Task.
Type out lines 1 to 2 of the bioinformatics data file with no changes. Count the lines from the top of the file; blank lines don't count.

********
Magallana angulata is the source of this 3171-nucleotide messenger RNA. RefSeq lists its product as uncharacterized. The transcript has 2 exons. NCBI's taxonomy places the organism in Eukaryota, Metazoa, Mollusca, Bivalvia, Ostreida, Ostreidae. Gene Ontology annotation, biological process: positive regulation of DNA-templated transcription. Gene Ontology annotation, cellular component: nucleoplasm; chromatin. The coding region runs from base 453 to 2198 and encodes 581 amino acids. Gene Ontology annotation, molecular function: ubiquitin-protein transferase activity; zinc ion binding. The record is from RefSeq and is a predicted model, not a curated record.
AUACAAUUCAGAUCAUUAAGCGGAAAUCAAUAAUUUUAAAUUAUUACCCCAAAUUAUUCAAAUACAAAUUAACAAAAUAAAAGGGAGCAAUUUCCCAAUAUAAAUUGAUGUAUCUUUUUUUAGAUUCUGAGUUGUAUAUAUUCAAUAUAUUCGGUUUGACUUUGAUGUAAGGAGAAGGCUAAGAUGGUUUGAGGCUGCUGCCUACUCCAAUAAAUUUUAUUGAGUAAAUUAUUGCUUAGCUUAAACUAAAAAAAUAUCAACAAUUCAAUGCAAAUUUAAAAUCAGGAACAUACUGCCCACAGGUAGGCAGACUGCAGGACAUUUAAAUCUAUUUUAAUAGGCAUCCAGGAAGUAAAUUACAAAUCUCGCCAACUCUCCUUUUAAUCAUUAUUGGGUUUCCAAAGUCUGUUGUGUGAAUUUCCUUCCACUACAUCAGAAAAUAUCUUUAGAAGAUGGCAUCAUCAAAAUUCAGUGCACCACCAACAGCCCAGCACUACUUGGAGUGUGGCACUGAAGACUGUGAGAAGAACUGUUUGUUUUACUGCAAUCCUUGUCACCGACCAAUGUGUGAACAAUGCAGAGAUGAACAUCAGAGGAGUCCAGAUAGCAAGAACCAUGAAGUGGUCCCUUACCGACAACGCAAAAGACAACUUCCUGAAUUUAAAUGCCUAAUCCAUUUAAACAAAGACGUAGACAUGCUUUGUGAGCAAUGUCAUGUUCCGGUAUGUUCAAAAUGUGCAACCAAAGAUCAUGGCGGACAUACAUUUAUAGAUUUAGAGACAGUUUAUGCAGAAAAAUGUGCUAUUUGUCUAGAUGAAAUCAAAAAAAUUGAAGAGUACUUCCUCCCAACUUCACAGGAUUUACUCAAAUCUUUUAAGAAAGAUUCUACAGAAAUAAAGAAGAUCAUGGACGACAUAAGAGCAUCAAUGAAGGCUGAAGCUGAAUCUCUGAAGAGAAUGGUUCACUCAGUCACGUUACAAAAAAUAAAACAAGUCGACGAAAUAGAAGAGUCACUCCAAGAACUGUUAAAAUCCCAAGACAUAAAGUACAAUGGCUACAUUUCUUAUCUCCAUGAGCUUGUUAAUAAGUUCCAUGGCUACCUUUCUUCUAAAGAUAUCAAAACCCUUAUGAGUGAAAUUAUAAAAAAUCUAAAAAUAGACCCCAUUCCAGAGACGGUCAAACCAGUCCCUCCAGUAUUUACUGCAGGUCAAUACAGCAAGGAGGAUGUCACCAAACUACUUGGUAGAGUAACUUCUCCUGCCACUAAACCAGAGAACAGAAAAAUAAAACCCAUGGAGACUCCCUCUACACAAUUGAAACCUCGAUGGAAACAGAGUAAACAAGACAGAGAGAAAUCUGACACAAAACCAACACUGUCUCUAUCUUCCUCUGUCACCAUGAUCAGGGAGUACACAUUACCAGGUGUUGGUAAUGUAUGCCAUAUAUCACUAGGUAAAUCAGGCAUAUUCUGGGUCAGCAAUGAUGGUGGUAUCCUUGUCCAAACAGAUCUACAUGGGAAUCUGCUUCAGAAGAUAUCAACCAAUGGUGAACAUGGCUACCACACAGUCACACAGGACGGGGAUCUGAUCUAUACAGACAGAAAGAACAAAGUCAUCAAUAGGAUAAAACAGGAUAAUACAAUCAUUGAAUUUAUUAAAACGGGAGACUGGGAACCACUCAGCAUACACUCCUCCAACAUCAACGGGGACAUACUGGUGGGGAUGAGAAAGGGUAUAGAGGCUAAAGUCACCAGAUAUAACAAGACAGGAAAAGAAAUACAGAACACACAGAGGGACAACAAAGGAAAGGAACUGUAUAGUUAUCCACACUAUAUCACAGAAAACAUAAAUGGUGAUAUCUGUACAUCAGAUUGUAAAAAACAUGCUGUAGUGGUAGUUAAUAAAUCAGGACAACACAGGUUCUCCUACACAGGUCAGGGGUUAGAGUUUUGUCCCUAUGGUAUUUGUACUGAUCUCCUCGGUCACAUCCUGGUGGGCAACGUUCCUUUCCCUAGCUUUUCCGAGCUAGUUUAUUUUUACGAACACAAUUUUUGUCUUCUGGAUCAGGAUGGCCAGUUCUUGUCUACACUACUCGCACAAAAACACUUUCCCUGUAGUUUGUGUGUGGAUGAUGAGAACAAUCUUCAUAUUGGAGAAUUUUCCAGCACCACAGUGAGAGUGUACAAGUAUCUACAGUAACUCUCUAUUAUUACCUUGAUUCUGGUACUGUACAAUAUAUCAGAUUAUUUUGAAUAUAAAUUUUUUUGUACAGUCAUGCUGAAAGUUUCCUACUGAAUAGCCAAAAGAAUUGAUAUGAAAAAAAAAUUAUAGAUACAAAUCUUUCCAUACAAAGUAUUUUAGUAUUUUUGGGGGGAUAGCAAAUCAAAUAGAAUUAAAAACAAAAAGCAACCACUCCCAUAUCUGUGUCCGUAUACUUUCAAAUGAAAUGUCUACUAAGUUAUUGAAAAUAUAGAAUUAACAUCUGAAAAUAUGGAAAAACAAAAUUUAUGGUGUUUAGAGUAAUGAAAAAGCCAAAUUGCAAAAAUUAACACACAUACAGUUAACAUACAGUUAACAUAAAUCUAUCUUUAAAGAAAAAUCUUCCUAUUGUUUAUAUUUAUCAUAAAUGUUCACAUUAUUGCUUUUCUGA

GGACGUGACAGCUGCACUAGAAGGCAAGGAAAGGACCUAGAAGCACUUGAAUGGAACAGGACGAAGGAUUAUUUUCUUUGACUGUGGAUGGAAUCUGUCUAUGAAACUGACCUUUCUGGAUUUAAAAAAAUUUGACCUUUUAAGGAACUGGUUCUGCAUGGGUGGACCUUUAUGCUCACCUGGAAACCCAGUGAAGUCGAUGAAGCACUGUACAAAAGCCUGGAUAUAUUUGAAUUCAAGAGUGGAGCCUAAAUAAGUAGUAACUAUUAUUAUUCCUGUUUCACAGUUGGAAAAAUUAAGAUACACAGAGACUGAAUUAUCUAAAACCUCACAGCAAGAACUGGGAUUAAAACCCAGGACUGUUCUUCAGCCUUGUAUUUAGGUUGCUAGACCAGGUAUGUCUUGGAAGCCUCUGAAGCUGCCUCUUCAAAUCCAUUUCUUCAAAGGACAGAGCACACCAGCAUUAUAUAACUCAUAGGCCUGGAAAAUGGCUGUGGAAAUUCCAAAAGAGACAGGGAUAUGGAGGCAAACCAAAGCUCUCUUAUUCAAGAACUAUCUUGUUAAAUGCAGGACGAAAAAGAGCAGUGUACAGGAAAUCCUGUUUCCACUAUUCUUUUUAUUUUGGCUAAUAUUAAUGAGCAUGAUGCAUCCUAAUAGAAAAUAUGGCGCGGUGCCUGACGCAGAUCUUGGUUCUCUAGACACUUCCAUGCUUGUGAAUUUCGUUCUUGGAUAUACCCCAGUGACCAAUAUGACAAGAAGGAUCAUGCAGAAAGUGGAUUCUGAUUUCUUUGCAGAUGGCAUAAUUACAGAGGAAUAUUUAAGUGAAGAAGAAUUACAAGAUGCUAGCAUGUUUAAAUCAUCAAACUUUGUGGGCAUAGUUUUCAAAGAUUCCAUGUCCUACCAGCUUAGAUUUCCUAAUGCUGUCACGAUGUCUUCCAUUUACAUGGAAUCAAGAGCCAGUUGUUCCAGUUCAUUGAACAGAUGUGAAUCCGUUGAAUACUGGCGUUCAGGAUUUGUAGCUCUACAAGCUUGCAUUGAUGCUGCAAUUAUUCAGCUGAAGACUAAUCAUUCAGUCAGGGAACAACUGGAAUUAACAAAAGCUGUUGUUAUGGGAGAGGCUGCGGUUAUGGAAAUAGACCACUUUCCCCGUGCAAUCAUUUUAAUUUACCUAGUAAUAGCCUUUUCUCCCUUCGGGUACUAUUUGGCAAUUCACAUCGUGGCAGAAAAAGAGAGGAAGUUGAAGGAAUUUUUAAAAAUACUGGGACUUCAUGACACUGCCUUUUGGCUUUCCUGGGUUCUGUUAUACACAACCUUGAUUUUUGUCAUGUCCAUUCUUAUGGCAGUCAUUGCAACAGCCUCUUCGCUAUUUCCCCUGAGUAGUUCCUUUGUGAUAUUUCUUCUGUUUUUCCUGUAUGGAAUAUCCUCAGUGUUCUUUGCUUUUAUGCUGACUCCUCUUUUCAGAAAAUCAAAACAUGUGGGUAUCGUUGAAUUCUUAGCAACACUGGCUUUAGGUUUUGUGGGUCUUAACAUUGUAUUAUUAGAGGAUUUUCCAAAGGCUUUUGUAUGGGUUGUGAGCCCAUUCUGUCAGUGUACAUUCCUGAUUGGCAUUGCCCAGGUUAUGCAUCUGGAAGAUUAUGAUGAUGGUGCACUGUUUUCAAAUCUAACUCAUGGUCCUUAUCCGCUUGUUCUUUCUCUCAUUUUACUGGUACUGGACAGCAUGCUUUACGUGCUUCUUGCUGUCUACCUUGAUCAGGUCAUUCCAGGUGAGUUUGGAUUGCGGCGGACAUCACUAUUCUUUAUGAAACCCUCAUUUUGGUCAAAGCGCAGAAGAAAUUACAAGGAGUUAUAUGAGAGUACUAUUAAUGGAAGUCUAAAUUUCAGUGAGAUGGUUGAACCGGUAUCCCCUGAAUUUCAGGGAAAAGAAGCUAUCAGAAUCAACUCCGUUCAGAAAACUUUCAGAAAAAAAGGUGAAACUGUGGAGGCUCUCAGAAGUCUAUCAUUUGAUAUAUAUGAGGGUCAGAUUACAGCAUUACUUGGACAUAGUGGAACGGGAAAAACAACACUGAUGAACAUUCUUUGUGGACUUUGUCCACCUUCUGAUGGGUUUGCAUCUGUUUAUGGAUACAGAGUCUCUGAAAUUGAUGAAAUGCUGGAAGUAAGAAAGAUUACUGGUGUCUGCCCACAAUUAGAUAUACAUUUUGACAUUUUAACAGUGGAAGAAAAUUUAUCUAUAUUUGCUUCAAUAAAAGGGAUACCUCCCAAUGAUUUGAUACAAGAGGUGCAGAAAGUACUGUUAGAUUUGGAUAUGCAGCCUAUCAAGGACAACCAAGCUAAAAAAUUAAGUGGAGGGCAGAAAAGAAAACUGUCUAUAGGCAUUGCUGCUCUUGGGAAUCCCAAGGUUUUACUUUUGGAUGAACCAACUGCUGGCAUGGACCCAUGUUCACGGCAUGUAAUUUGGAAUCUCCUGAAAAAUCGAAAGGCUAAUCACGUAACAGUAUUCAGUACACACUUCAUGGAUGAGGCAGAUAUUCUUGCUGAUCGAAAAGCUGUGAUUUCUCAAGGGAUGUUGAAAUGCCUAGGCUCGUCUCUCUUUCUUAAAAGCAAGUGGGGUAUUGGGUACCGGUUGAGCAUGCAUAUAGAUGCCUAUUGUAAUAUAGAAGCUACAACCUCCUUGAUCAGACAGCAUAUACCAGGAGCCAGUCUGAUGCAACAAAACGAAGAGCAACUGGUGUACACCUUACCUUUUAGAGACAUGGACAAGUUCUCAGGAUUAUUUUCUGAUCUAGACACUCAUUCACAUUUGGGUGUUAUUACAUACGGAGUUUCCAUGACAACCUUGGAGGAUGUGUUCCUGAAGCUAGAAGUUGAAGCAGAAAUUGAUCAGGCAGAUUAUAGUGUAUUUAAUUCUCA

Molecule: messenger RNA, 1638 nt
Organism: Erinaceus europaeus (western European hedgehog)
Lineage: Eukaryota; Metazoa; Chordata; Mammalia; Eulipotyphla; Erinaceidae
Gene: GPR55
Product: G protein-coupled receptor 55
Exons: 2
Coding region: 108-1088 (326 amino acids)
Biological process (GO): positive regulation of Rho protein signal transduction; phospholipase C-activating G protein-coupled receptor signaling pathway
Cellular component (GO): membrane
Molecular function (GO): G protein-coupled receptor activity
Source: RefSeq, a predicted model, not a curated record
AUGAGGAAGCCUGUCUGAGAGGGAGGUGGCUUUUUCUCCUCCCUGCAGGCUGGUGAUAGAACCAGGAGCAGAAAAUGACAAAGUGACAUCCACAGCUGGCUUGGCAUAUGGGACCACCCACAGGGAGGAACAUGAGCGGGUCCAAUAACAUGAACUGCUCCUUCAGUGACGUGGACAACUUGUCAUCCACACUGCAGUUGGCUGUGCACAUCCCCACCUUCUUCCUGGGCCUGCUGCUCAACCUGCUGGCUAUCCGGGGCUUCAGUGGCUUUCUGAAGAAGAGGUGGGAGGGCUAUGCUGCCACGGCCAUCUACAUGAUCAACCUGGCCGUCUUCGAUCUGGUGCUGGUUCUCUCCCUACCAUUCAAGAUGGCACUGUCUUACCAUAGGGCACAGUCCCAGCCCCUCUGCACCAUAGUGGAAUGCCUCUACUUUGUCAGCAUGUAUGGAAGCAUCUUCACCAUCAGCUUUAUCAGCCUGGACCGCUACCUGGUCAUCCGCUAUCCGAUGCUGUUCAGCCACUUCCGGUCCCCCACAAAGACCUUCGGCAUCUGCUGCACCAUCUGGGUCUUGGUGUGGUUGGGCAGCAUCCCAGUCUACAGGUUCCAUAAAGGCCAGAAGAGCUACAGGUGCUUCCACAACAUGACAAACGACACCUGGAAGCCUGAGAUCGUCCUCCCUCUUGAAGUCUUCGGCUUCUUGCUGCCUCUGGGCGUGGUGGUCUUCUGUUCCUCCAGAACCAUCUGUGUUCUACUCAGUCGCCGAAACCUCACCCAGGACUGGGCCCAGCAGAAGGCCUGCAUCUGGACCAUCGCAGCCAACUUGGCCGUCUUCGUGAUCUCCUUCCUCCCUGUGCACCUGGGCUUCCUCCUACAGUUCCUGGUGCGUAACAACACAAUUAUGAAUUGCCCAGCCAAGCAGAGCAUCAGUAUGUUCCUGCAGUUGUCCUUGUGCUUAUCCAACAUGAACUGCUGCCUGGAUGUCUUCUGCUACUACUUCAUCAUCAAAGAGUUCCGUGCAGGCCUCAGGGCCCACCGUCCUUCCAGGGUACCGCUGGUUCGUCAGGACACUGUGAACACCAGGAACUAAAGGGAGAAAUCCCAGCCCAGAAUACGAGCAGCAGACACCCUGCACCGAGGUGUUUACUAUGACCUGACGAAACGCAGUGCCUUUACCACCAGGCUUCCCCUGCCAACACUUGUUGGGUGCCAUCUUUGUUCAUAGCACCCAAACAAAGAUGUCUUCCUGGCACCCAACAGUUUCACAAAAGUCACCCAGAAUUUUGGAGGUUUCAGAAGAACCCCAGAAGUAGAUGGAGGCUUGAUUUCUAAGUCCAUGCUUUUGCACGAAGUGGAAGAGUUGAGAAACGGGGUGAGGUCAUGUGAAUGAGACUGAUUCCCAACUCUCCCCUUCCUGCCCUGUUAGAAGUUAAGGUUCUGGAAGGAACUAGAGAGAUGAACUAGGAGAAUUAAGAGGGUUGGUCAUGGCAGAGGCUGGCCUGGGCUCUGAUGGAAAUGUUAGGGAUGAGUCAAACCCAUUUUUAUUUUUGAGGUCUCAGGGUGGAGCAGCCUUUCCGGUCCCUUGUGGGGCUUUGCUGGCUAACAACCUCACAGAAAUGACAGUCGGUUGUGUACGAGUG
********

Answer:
Magallana angulata is the source of this 3171-nucleotide messenger RNA. RefSeq lists its product as uncharacterized. The transcript has 2 exons. NCBI's taxonomy places the organism in Eukaryota, Metazoa, Mollusca, Bivalvia, Ostreida, Ostreidae. Gene Ontology annotation, biological process: positive regulation of DNA-templated transcription. Gene Ontology annotation, cellular component: nucleoplasm; chromatin. The coding region runs from base 453 to 2198 and encodes 581 amino acids. Gene Ontology annotation, molecular function: ubiquitin-protein transferase activity; zinc ion binding. The record is from RefSeq and is a predicted model, not a curated record.
AUACAAUUCAGAUCAUUAAGCGGAAAUCAAUAAUUUUAAAUUAUUACCCCAAAUUAUUCAAAUACAAAUUAACAAAAUAAAAGGGAGCAAUUUCCCAAUAUAAAUUGAUGUAUCUUUUUUUAGAUUCUGAGUUGUAUAUAUUCAAUAUAUUCGGUUUGACUUUGAUGUAAGGAGAAGGCUAAGAUGGUUUGAGGCUGCUGCCUACUCCAAUAAAUUUUAUUGAGUAAAUUAUUGCUUAGCUUAAACUAAAAAAAUAUCAACAAUUCAAUGCAAAUUUAAAAUCAGGAACAUACUGCCCACAGGUAGGCAGACUGCAGGACAUUUAAAUCUAUUUUAAUAGGCAUCCAGGAAGUAAAUUACAAAUCUCGCCAACUCUCCUUUUAAUCAUUAUUGGGUUUCCAAAGUCUGUUGUGUGAAUUUCCUUCCACUACAUCAGAAAAUAUCUUUAGAAGAUGGCAUCAUCAAAAUUCAGUGCACCACCAACAGCCCAGCACUACUUGGAGUGUGGCACUGAAGACUGUGAGAAGAACUGUUUGUUUUACUGCAAUCCUUGUCACCGACCAAUGUGUGAACAAUGCAGAGAUGAACAUCAGAGGAGUCCAGAUAGCAAGAACCAUGAAGUGGUCCCUUACCGACAACGCAAAAGACAACUUCCUGAAUUUAAAUGCCUAAUCCAUUUAAACAAAGACGUAGACAUGCUUUGUGAGCAAUGUCAUGUUCCGGUAUGUUCAAAAUGUGCAACCAAAGAUCAUGGCGGACAUACAUUUAUAGAUUUAGAGACAGUUUAUGCAGAAAAAUGUGCUAUUUGUCUAGAUGAAAUCAAAAAAAUUGAAGAGUACUUCCUCCCAACUUCACAGGAUUUACUCAAAUCUUUUAAGAAAGAUUCUACAGAAAUAAAGAAGAUCAUGGACGACAUAAGAGCAUCAAUGAAGGCUGAAGCUGAAUCUCUGAAGAGAAUGGUUCACUCAGUCACGUUACAAAAAAUAAAACAAGUCGACGAAAUAGAAGAGUCACUCCAAGAACUGUUAAAAUCCCAAGACAUAAAGUACAAUGGCUACAUUUCUUAUCUCCAUGAGCUUGUUAAUAAGUUCCAUGGCUACCUUUCUUCUAAAGAUAUCAAAACCCUUAUGAGUGAAAUUAUAAAAAAUCUAAAAAUAGACCCCAUUCCAGAGACGGUCAAACCAGUCCCUCCAGUAUUUACUGCAGGUCAAUACAGCAAGGAGGAUGUCACCAAACUACUUGGUAGAGUAACUUCUCCUGCCACUAAACCAGAGAACAGAAAAAUAAAACCCAUGGAGACUCCCUCUACACAAUUGAAACCUCGAUGGAAACAGAGUAAACAAGACAGAGAGAAAUCUGACACAAAACCAACACUGUCUCUAUCUUCCUCUGUCACCAUGAUCAGGGAGUACACAUUACCAGGUGUUGGUAAUGUAUGCCAUAUAUCACUAGGUAAAUCAGGCAUAUUCUGGGUCAGCAAUGAUGGUGGUAUCCUUGUCCAAACAGAUCUACAUGGGAAUCUGCUUCAGAAGAUAUCAACCAAUGGUGAACAUGGCUACCACACAGUCACACAGGACGGGGAUCUGAUCUAUACAGACAGAAAGAACAAAGUCAUCAAUAGGAUAAAACAGGAUAAUACAAUCAUUGAAUUUAUUAAAACGGGAGACUGGGAACCACUCAGCAUACACUCCUCCAACAUCAACGGGGACAUACUGGUGGGGAUGAGAAAGGGUAUAGAGGCUAAAGUCACCAGAUAUAACAAGACAGGAAAAGAAAUACAGAACACACAGAGGGACAACAAAGGAAAGGAACUGUAUAGUUAUCCACACUAUAUCACAGAAAACAUAAAUGGUGAUAUCUGUACAUCAGAUUGUAAAAAACAUGCUGUAGUGGUAGUUAAUAAAUCAGGACAACACAGGUUCUCCUACACAGGUCAGGGGUUAGAGUUUUGUCCCUAUGGUAUUUGUACUGAUCUCCUCGGUCACAUCCUGGUGGGCAACGUUCCUUUCCCUAGCUUUUCCGAGCUAGUUUAUUUUUACGAACACAAUUUUUGUCUUCUGGAUCAGGAUGGCCAGUUCUUGUCUACACUACUCGCACAAAAACACUUUCCCUGUAGUUUGUGUGUGGAUGAUGAGAACAAUCUUCAUAUUGGAGAAUUUUCCAGCACCACAGUGAGAGUGUACAAGUAUCUACAGUAACUCUCUAUUAUUACCUUGAUUCUGGUACUGUACAAUAUAUCAGAUUAUUUUGAAUAUAAAUUUUUUUGUACAGUCAUGCUGAAAGUUUCCUACUGAAUAGCCAAAAGAAUUGAUAUGAAAAAAAAAUUAUAGAUACAAAUCUUUCCAUACAAAGUAUUUUAGUAUUUUUGGGGGGAUAGCAAAUCAAAUAGAAUUAAAAACAAAAAGCAACCACUCCCAUAUCUGUGUCCGUAUACUUUCAAAUGAAAUGUCUACUAAGUUAUUGAAAAUAUAGAAUUAACAUCUGAAAAUAUGGAAAAACAAAAUUUAUGGUGUUUAGAGUAAUGAAAAAGCCAAAUUGCAAAAAUUAACACACAUACAGUUAACAUACAGUUAACAUAAAUCUAUCUUUAAAGAAAAAUCUUCCUAUUGUUUAUAUUUAUCAUAAAUGUUCACAUUAUUGCUUUUCUGA